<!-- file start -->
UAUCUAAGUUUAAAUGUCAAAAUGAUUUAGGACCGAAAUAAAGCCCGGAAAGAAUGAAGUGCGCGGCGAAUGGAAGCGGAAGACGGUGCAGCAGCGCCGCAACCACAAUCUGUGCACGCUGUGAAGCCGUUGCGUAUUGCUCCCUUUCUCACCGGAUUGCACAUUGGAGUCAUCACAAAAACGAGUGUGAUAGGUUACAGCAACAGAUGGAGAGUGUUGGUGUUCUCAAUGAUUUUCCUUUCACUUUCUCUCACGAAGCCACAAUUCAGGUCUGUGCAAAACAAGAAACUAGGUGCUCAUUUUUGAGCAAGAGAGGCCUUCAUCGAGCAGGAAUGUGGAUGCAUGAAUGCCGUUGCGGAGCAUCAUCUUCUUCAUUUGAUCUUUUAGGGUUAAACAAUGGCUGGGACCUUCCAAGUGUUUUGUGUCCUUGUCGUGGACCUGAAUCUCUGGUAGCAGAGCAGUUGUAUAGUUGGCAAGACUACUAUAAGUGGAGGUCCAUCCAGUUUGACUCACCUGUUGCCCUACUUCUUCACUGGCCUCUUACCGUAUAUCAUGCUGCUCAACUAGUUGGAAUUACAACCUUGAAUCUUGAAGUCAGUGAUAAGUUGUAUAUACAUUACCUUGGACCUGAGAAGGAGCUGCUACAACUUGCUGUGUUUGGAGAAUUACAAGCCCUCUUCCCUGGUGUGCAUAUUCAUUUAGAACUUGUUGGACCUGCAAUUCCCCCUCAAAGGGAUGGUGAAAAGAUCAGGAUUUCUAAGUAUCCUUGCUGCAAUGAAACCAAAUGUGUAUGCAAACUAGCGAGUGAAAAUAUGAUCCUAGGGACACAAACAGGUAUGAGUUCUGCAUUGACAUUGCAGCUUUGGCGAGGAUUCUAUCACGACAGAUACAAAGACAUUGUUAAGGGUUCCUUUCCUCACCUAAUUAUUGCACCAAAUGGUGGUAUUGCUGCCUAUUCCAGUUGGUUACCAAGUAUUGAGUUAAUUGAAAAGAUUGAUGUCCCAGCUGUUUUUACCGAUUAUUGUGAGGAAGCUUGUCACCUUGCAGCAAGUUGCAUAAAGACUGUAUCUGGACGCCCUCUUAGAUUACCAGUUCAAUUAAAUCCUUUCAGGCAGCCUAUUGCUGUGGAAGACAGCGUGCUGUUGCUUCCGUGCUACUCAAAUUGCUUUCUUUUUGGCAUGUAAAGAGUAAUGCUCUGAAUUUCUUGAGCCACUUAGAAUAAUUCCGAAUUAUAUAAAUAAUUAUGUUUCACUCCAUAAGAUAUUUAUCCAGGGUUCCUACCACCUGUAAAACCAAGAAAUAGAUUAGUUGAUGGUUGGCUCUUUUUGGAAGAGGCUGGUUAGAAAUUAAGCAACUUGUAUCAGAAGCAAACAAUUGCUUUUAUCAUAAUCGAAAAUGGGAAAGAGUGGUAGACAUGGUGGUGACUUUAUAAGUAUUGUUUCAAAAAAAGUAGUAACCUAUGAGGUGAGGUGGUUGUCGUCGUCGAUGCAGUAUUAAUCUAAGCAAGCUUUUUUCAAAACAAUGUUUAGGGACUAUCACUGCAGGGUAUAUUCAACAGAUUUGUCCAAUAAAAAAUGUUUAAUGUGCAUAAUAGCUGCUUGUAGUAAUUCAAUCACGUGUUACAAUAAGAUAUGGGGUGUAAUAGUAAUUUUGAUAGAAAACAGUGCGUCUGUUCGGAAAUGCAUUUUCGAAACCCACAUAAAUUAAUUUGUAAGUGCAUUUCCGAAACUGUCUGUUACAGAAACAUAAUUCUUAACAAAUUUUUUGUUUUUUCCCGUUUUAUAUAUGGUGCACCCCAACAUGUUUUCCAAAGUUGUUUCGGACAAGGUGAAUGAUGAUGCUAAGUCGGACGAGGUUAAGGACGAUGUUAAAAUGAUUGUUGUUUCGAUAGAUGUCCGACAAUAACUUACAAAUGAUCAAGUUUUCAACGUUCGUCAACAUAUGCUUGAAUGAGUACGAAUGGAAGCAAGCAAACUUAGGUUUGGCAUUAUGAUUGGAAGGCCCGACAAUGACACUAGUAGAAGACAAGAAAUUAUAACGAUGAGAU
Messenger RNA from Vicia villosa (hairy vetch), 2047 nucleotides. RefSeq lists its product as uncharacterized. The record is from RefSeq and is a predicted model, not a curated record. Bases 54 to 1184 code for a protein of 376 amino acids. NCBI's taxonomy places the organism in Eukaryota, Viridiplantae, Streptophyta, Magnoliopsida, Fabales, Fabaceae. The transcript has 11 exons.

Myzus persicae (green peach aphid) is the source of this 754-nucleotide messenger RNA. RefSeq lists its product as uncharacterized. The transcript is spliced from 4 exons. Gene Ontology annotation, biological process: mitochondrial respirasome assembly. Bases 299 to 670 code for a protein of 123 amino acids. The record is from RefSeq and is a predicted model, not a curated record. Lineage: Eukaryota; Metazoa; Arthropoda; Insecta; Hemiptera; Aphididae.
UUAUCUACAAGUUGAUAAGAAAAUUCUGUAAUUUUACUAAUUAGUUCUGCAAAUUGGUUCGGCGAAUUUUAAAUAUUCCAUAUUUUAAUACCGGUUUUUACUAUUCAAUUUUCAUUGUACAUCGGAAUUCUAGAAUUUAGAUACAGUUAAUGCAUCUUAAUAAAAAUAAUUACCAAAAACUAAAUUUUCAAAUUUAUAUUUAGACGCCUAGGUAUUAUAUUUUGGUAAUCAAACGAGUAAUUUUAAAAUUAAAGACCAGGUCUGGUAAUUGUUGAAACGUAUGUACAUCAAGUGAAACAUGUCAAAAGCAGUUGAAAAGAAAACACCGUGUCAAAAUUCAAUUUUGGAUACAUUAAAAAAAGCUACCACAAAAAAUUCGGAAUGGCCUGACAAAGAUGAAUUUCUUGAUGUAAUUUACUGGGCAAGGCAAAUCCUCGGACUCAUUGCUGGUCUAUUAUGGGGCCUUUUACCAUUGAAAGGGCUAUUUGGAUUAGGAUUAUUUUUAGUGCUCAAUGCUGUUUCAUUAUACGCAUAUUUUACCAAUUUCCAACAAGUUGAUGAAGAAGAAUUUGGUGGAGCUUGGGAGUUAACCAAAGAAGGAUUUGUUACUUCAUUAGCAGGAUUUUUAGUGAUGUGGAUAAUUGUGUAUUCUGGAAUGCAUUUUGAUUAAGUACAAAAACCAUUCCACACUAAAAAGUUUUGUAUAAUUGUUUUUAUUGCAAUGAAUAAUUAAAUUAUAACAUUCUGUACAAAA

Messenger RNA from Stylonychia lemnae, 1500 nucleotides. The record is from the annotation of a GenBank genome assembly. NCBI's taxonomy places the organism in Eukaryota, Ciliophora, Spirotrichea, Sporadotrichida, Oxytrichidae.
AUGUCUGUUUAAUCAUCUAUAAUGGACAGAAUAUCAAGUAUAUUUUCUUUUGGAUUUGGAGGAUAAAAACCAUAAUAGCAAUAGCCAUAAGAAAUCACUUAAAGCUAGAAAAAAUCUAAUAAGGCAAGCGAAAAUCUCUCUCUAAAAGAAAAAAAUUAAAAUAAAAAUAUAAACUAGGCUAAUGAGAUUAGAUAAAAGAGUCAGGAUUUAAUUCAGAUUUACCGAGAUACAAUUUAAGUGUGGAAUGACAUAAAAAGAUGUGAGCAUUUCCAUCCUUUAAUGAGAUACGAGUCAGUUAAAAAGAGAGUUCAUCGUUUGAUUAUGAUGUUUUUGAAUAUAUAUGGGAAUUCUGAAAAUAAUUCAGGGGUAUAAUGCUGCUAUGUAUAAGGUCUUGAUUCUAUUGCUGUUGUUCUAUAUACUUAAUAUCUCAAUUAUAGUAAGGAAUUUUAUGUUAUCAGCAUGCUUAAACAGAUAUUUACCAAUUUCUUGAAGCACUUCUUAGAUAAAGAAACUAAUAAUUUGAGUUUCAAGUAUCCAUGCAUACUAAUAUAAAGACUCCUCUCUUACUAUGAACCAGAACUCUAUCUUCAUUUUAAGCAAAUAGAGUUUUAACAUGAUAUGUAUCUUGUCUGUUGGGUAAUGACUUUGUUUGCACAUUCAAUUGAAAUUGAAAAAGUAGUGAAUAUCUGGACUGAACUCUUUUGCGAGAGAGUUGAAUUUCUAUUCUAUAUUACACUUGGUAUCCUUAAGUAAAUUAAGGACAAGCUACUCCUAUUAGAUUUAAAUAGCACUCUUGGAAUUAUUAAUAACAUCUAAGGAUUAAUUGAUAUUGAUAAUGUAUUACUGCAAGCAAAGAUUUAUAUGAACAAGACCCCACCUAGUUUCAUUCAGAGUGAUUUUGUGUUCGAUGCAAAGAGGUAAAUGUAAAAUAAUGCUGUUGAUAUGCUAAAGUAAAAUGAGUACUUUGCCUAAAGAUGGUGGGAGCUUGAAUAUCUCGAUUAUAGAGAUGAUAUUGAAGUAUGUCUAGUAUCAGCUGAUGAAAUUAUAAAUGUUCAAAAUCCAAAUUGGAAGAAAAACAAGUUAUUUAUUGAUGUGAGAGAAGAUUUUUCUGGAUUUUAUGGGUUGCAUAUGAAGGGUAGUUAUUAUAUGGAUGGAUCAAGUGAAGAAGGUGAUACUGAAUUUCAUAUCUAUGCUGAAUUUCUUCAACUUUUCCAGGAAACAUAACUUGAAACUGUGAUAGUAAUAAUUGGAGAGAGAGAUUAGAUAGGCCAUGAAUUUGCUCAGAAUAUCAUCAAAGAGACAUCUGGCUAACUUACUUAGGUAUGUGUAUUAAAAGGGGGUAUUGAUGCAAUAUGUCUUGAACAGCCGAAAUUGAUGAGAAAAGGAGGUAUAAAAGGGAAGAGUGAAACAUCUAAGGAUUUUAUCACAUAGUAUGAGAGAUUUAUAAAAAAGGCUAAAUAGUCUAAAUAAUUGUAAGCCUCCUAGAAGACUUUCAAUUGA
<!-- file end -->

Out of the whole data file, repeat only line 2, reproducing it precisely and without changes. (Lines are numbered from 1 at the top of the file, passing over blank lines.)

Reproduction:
Messenger RNA from Vicia villosa (hairy vetch), 2047 nucleotides. RefSeq lists its product as uncharacterized. The record is from RefSeq and is a predicted model, not a curated record. Bases 54 to 1184 code for a protein of 376 amino acids. NCBI's taxonomy places the organism in Eukaryota, Viridiplantae, Streptophyta, Magnoliopsida, Fabales, Fabaceae. The transcript has 11 exons.